As we've established time and again, your clever tricks aren't protecting your password. If you or someone you know uses Bible references as a password, that trick is pretty easy to crack, too.
Tagged With passwords
Chrome: We've mentioned time and time again that Chrome's password manager is not very secure, but it was never very easy to actually heed that advice unless you wanted to start over from scratch. Ghacks points to an experimental feature where you can enable the option to export passwords.
Passwords are the go-to for protecting our online accounts, but they’re not exactly reliable or convenient—especially when you have 20 of them to remember. Fortunately, there’s an easier way to manage your online security, and its name is True Key.
There’s got to be an easier way to remember all your passwords than keeping them on a Post-it that inevitably gets lost. And there is: Sticky Password Premium.
If you haven't got around to completing the Australian Census yet, you need to do it right now. From September 23, census holdouts will start to receive less-than-friendly visits from the ABS. If you don't have a sufficient excuse for not submiting the form, you could face penalties of up to $180 per day. If you've forgotten your Census login code, are concerned about privacy or have no idea what's going on, here's what you need to know.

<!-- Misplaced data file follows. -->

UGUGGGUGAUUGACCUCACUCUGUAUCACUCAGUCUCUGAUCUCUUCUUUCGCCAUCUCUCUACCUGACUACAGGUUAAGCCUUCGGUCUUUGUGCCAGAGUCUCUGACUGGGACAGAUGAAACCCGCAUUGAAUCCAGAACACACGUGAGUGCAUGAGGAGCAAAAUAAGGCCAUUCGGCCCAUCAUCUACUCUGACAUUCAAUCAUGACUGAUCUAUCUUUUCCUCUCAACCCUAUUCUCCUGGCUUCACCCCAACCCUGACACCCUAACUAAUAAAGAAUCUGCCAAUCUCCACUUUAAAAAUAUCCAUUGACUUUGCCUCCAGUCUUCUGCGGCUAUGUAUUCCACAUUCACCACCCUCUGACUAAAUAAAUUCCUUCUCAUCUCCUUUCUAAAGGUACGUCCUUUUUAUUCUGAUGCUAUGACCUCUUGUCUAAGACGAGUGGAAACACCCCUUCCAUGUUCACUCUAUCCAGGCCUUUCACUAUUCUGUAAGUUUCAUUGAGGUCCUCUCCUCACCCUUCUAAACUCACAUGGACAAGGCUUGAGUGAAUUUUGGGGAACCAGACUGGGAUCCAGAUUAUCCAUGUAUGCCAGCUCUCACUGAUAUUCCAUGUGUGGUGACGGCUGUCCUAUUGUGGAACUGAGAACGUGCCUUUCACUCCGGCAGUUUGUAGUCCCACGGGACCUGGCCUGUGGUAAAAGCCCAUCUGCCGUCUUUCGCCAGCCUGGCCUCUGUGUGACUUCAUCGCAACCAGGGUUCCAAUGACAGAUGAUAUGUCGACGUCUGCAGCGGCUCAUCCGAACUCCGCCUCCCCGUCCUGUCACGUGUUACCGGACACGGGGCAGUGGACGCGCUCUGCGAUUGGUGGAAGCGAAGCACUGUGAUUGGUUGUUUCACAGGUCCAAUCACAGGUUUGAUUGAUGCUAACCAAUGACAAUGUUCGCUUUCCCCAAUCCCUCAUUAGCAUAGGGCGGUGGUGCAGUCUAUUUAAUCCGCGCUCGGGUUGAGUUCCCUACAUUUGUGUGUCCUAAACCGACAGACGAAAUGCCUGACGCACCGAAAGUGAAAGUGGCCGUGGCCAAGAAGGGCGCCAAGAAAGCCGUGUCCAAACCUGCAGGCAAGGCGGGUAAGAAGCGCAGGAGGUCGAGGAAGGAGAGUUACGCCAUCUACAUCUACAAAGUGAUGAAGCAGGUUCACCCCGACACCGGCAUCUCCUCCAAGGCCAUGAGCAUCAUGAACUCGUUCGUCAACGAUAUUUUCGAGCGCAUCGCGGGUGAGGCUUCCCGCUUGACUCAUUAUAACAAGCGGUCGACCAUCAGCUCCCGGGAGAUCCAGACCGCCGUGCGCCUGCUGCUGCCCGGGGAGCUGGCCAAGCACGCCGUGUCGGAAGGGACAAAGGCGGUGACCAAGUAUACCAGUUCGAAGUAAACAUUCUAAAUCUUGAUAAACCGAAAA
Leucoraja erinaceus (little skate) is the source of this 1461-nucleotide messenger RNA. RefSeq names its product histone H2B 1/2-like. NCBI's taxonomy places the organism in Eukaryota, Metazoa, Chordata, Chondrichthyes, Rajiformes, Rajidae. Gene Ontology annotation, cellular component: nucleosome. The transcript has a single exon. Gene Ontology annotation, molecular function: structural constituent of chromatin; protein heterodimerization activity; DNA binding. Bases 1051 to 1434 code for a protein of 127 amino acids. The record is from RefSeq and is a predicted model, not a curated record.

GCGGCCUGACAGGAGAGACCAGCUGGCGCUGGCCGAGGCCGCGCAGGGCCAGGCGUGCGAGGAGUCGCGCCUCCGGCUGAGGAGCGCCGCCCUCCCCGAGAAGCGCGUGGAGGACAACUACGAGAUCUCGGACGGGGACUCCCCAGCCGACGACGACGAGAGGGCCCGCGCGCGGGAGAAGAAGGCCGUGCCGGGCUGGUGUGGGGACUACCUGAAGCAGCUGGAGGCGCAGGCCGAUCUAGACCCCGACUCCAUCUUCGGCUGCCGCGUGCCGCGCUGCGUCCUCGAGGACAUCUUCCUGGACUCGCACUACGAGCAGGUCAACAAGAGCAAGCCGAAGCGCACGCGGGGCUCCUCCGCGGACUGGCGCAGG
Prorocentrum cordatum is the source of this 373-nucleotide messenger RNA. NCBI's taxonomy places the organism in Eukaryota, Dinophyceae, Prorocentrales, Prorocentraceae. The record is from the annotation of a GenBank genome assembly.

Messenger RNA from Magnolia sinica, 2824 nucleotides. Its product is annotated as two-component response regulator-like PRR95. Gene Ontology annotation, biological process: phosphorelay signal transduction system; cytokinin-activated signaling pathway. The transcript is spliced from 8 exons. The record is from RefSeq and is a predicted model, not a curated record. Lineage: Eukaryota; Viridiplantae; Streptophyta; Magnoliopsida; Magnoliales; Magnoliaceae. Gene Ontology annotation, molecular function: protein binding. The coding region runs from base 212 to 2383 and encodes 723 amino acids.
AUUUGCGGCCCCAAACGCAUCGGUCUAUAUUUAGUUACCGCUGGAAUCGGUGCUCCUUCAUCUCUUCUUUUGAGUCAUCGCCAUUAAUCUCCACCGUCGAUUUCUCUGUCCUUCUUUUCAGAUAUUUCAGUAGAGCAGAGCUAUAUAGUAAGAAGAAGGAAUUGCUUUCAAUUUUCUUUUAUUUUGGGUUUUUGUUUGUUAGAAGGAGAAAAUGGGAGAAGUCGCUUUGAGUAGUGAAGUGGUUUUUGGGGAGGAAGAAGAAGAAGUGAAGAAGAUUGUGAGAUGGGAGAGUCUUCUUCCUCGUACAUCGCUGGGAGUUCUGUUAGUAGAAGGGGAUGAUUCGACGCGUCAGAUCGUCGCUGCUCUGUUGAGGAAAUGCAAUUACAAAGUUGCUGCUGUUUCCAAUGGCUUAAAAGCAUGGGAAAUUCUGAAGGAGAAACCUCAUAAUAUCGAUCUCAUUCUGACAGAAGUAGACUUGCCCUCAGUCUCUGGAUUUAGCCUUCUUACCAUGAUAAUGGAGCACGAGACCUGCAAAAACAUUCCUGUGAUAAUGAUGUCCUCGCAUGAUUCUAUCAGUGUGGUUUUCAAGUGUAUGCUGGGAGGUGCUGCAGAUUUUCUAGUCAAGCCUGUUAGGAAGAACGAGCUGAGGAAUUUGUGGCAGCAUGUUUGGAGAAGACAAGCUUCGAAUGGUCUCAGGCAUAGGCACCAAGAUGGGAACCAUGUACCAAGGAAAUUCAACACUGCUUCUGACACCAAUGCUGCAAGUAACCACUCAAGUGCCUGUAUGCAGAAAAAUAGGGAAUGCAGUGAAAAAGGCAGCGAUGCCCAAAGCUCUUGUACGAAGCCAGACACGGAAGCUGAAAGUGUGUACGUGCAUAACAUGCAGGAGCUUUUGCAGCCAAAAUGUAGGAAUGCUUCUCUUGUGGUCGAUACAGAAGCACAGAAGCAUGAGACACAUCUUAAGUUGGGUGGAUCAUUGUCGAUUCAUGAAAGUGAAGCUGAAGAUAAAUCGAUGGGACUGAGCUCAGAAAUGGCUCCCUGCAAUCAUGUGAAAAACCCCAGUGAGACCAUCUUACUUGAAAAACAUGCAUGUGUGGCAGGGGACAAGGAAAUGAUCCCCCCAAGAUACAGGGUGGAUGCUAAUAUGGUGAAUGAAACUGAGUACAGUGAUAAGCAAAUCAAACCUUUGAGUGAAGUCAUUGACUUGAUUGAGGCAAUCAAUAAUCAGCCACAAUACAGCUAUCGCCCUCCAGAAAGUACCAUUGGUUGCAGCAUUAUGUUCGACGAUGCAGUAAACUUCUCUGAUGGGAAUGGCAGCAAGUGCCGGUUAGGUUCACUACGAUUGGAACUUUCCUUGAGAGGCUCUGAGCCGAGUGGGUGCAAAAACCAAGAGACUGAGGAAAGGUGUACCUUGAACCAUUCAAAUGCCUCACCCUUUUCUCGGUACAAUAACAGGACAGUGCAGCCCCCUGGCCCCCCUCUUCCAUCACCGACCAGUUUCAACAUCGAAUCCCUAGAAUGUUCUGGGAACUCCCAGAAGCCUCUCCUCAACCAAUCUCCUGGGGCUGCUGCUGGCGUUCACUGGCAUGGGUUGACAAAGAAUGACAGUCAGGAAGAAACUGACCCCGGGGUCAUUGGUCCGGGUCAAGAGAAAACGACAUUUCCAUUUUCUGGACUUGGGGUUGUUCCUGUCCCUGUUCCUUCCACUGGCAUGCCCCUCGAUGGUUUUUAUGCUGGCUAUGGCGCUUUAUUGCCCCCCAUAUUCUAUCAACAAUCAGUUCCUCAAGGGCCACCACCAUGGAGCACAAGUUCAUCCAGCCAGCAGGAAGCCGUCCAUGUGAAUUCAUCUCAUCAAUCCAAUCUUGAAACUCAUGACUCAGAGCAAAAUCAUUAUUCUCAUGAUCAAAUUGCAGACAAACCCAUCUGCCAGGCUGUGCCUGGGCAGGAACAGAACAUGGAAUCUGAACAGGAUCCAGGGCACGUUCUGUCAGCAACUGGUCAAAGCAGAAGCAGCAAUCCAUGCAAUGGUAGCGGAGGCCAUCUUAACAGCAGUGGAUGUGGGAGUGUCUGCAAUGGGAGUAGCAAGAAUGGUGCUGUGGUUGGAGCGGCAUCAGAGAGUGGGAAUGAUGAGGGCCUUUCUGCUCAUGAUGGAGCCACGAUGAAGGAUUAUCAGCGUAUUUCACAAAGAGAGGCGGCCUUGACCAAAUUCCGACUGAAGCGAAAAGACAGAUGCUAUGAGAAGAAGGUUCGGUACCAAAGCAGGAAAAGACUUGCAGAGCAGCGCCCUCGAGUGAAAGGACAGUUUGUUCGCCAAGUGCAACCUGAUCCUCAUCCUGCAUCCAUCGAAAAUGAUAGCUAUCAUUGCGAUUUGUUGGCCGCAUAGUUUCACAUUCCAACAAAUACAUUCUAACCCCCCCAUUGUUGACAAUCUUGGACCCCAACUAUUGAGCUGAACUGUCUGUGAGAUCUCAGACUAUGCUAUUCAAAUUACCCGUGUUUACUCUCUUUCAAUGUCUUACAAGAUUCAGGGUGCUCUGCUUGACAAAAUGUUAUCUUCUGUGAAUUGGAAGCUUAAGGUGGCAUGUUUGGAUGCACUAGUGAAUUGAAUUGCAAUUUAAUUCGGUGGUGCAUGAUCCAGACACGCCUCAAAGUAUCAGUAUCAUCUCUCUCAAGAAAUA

Video: Password managers are an easy way to improve your password security. If you've ever wanted a physical device that could hold passwords instead, Adafruit has you covered.
There was a time when all it took to be a great password manager was to keep your passwords in an encrypted vault. Now the best password managers give you the option to sync or keep passwords local-only, change web passwords with a click, and log in to sites for you automatically. This week, we're looking at five of the best options.
If you've been using Dropbox for over four years and you haven't changed your password since then, then two things are true. One, you haven't been reading Lifehacker very long. More importantly, two: Dropbox is about to make you change it.
We all know the limitations of strong passwords, or of reusing passwords, but the most common ways passwords are stolen are the simplest, and the least technical. This video from The Media Show explains how those methods work and what you can do about it (using puppets, too).
1Password, one of the most popular password managers available, has announced a new subscription plan for individual users. The plan runs $US2.99 ($4)/month and is available for the first six months for free.
We already know that most users' clever passwords aren't protecting them from hackers. It turns out that the complex password requirements most sites ask you for aren't doing as much to help either.
In cyberspace we are facing password fatigue, caused by having to recall (seemingly) endless streams of (apparently) unrelated numbers and letters at odd times. One answer is to make those passwords longer and more incomprehensible. The logic here is that people have an unlimited capacity to remember such things, or perhaps they have an unquenchable desire to write passwords on yellow post-it notes. Why do we want or need passwords at all?
Dear Lifehacker, I am seeking your assistance because Lifehacker always has a REAL solution when others don't. My question is — how do I disable the password prompt in Windows 10 after my laptop wakes up from sleep mode? Hopefully you have one. If not, at least let me know that this is an issue with the OS.